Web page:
Signs of new life at RSPB Marshside
In February, there are still many of the wintering birds (e.g. black-tailed Godwit, golden plover, lapwing, curlew and wigeon), visible in impressive numbers. However, this is the month when the first summer birds begin to appear and some residents begin to show changes to their plumage and behaviour in preparation for courtship and nesting.
Right through February, there are still many thousands of Pink-footed Geese which move around local farmland feeding on fields, and increasingly at the top of the saltmarsh. The saltmarsh also provides safe roosting over night for large numbers. This photograph was taken from the RSPB Marshside car park with a very long lens and shows the geese with Southport pier and the wind farm around the mouth of the Mersey in the distance.
During lockdown, the numbers of starlings at RSPB Marshside seem to have skyrocketed, as their usual hangouts (bins in the back yards of hundreds of restaurants and takeaways in Southport) suddenly became barren. We still don’t quite have full murmurations, but hopefully we can’t be far off!
Among the earliest arrivals in mid-February are the Avocets, which were first reported this year on the 23rd. .For the moment, having flown up from the warm south, they tend to hang around in huddles looking like they are wondering “whose idea was this?” It will be a while yet before they start to nest, but this is something to really look forward to!
The sweet “seep-seep” call of the meadow pipit has also begun to reappear in the grassland of the reserve and their small flitting forms begun to be seen. Only in close-up do these sparrow-sized birds reveal the beauty of their thrush-like speckled breasts.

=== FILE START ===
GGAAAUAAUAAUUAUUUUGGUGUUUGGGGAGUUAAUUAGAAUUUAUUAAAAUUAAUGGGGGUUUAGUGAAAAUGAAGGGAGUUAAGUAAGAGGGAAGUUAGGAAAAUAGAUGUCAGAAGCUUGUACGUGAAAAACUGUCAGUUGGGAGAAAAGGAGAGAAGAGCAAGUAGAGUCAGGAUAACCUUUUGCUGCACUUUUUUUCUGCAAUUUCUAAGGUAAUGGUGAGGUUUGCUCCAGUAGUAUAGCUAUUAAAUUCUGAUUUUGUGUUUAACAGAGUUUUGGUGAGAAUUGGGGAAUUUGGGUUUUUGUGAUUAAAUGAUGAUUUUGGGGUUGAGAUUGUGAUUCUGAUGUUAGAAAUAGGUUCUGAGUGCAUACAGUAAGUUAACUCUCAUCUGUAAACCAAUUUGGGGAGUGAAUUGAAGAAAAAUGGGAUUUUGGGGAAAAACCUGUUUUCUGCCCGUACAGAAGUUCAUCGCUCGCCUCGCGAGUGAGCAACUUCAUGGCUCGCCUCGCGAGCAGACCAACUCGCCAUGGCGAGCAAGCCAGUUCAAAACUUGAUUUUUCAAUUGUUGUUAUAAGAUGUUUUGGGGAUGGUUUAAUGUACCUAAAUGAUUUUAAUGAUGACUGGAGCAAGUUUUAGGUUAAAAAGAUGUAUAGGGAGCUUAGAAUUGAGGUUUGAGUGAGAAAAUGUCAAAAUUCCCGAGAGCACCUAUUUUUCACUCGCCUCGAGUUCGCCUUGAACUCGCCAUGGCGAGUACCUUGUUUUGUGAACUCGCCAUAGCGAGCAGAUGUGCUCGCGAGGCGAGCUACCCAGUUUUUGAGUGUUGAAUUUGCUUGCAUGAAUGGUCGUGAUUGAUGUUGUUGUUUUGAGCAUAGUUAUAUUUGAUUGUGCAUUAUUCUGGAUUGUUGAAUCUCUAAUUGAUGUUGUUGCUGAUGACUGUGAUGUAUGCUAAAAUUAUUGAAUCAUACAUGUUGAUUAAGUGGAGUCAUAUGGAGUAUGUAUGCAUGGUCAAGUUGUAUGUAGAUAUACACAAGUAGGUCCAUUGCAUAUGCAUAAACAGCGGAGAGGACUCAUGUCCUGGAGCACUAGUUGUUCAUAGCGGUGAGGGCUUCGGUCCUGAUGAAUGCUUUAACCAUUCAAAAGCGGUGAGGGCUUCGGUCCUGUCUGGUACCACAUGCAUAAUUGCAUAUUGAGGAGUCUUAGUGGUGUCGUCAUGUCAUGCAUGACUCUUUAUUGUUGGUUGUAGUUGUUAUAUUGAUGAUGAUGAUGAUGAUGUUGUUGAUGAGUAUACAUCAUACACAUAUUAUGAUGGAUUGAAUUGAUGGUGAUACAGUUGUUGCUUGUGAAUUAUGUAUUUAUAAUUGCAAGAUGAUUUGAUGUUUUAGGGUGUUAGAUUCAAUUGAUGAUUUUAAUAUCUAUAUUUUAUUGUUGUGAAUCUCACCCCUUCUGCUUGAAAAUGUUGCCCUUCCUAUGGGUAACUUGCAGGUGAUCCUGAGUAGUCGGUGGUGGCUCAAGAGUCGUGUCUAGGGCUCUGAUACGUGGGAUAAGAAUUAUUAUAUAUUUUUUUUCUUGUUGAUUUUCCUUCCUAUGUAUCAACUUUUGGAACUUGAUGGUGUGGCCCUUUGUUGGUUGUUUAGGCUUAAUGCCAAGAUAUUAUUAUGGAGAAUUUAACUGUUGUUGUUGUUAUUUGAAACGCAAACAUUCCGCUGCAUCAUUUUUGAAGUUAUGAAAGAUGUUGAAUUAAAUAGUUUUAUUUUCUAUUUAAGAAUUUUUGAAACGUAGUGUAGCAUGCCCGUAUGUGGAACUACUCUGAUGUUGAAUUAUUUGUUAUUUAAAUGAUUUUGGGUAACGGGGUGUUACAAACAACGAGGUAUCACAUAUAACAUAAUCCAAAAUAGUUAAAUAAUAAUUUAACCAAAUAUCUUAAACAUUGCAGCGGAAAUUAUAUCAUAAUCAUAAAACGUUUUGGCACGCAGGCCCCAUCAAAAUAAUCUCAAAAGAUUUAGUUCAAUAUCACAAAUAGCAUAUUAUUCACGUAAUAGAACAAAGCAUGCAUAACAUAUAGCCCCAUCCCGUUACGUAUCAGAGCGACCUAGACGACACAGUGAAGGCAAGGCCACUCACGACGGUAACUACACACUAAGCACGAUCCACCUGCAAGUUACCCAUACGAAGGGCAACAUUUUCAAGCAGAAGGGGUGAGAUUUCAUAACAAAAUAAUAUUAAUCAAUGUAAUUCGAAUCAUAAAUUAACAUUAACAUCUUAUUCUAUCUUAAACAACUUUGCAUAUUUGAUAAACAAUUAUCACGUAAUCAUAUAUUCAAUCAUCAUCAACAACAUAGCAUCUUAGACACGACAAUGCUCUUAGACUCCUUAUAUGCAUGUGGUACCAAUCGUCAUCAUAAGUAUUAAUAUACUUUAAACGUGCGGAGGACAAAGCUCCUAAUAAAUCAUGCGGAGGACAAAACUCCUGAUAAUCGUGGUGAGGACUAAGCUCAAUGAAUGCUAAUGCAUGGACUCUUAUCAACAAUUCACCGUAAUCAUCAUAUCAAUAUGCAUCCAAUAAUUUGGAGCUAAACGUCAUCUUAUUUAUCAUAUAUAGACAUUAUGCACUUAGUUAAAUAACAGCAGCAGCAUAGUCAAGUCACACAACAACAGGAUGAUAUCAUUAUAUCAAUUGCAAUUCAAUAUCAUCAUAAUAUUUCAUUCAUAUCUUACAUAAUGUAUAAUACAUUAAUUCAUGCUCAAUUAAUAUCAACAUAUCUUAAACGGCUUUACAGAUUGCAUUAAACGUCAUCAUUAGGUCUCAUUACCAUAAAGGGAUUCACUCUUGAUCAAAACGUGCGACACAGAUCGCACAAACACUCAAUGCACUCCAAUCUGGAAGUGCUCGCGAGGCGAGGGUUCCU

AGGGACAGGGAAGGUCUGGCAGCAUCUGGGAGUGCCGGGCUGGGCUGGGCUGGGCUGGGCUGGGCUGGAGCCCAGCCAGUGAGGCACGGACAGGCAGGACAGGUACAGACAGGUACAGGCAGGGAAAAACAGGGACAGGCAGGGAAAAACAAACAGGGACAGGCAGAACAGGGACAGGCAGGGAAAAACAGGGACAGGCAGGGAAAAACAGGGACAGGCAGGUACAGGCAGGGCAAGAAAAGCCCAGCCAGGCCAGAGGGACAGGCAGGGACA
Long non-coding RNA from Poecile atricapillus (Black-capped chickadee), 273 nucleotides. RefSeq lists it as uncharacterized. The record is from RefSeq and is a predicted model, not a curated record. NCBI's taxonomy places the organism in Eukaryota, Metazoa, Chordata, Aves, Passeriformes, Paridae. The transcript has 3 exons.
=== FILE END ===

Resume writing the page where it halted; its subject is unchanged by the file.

Meanwhile, some of the resident birds have transformed into display plumage, such as this cormorant. My Collins Bird Guide calls this “courtship” plumage, as it is lost early in the breeding season. It describes the bronze-tinged wings, white thigh patch, plus white feathers on the crown and hind neck, clearly visible on this photograph.
Also beginning to transform are the black-headed gulls. In winter, they have only a dark spot or smudge behind their eye. The bird in this photo has almost completed its moult, leaving only a few white feathers still to change to complete its dark brown hood. It also clearly shows its deep red legs and beak and is scouting out this small island as a possible nesting site.
The dunnock is one of our quietest garden birds, mostly preferring to feed quietly under the cover of shrubs. At this time of year, however, this bird was using the sunshine as an excuse to find the most prominent branches from which to deliver its sweet, though fairly tuneless little song.
Here is one of a group of greylag geese which kept us royally entertained on a fine, sunny February afternoon. Most water birds will bathe by dipping in the water and throwing it over their backs. This group, however, were flipping themselves completely upside down and waving their feet in the air in the most comical manner and then flinging water around with their wings! They looked as though they were having the most wonderful time.
And finally, this little egret was being buffeted by the wind and every so often would give its feathers a good shake-up revealing the most beautiful, delicate plumes. This looks like an early practice at a courtship display. A true sign of spring!
All images by Martin Campbell @ RSPB Marshside
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